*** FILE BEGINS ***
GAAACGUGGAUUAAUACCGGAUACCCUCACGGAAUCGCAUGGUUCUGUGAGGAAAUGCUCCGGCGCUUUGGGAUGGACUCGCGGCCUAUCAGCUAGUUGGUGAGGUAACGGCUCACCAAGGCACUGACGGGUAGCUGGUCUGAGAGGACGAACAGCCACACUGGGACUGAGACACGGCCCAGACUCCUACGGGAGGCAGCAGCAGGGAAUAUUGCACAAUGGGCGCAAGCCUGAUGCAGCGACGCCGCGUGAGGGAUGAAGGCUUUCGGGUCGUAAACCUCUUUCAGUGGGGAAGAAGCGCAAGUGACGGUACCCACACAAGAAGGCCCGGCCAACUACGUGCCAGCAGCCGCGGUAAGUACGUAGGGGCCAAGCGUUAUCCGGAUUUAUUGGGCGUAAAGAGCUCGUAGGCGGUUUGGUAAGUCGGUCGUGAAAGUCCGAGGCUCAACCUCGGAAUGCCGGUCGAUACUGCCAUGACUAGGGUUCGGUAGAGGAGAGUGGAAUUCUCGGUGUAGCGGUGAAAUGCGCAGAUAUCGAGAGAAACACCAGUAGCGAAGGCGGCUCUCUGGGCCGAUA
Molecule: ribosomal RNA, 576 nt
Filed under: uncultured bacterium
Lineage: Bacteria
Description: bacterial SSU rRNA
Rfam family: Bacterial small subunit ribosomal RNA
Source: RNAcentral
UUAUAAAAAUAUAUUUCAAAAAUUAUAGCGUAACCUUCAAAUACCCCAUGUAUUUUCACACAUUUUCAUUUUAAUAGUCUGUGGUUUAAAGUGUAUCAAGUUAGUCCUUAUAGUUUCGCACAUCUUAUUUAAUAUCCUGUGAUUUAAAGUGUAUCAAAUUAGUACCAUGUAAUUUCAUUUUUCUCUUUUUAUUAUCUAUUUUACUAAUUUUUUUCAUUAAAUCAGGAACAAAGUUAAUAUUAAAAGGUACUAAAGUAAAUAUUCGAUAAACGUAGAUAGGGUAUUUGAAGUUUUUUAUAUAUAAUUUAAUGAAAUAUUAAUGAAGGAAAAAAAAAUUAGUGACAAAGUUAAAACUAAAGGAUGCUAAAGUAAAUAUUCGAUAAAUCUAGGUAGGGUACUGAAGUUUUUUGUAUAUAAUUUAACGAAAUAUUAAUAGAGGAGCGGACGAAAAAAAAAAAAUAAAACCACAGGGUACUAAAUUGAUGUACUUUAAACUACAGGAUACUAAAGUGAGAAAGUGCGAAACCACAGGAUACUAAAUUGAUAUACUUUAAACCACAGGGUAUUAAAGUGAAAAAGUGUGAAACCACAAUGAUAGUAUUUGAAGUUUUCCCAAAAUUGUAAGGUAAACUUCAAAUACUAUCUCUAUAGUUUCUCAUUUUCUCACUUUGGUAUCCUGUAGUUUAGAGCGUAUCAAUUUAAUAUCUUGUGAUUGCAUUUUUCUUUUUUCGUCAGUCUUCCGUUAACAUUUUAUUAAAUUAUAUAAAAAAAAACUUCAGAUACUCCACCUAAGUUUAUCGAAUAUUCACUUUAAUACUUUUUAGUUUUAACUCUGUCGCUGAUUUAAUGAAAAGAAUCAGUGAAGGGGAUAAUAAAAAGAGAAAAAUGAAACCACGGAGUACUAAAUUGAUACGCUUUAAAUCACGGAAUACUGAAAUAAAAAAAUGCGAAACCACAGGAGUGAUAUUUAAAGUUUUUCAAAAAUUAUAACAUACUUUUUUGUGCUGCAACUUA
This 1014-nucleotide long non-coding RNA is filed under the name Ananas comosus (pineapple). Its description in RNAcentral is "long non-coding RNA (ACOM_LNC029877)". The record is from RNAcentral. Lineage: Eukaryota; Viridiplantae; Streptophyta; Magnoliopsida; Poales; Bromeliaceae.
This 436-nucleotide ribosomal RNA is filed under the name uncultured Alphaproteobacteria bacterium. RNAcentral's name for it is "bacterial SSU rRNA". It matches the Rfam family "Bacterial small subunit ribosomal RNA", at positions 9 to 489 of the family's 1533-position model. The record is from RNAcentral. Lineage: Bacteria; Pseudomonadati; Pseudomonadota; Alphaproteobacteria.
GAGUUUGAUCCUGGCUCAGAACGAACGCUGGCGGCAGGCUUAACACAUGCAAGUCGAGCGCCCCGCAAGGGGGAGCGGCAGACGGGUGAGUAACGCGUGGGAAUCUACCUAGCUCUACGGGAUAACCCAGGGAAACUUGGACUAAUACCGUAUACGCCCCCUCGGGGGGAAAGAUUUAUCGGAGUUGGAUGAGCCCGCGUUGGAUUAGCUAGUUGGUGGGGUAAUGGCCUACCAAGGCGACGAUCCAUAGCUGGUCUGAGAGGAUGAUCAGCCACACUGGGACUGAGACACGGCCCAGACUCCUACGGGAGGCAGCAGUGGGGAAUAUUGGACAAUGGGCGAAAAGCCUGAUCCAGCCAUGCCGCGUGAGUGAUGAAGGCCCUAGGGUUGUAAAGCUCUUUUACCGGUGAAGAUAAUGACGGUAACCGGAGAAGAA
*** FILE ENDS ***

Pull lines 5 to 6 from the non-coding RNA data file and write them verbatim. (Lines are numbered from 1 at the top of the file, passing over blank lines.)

Description: bacterial SSU rRNA
Rfam family: Bacterial small subunit ribosomal RNA